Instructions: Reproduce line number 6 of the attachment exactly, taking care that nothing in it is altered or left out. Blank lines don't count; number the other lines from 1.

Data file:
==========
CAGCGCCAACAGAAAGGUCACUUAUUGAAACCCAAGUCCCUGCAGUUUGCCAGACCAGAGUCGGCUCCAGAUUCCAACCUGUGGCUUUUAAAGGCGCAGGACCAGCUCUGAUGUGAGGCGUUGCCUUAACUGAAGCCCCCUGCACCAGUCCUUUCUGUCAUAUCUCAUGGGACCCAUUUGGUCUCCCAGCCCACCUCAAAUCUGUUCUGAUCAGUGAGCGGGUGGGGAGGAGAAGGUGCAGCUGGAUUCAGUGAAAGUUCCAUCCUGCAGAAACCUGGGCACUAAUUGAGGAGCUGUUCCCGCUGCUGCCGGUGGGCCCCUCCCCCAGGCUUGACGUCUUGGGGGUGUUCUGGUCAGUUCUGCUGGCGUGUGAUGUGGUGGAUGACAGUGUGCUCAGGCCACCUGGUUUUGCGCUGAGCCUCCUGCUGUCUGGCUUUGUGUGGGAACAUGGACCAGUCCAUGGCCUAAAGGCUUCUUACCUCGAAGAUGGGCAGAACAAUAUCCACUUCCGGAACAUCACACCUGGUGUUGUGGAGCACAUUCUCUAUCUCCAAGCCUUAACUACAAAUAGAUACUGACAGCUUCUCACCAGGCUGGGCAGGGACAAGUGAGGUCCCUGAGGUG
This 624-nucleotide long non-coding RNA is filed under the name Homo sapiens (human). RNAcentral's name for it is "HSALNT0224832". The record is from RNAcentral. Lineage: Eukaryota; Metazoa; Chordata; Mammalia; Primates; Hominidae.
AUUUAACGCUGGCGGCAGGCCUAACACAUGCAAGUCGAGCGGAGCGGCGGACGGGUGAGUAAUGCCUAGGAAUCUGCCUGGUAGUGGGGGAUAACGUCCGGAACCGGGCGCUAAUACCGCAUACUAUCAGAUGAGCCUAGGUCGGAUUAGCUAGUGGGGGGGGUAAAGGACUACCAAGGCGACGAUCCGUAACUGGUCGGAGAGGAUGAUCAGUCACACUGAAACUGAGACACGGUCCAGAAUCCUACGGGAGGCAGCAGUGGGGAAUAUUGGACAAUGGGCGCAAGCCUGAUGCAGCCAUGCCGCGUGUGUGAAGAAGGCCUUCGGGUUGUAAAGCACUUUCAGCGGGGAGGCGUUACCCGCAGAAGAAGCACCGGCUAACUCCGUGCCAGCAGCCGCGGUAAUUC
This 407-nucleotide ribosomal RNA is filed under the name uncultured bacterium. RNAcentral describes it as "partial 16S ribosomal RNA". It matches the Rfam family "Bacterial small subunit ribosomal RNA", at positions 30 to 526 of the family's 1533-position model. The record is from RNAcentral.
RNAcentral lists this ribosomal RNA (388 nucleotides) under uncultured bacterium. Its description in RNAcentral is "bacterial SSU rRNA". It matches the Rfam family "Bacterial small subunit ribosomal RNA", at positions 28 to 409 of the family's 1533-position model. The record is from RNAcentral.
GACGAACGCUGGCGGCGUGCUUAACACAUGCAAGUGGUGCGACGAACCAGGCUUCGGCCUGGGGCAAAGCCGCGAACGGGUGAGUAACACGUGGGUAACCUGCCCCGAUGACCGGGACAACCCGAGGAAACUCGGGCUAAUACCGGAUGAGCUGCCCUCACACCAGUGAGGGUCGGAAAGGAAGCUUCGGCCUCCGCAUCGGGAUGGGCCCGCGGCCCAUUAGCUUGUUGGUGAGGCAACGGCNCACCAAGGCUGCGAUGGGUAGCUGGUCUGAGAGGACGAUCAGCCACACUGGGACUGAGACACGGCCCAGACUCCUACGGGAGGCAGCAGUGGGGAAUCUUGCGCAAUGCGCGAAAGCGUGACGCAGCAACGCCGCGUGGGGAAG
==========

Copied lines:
GACGAACGCUGGCGGCGUGCUUAACACAUGCAAGUGGUGCGACGAACCAGGCUUCGGCCUGGGGCAAAGCCGCGAACGGGUGAGUAACACGUGGGUAACCUGCCCCGAUGACCGGGACAACCCGAGGAAACUCGGGCUAAUACCGGAUGAGCUGCCCUCACACCAGUGAGGGUCGGAAAGGAAGCUUCGGCCUCCGCAUCGGGAUGGGCCCGCGGCCCAUUAGCUUGUUGGUGAGGCAACGGCNCACCAAGGCUGCGAUGGGUAGCUGGUCUGAGAGGACGAUCAGCCACACUGGGACUGAGACACGGCCCAGACUCCUACGGGAGGCAGCAGUGGGGAAUCUUGCGCAAUGCGCGAAAGCGUGACGCAGCAACGCCGCGUGGGGAAG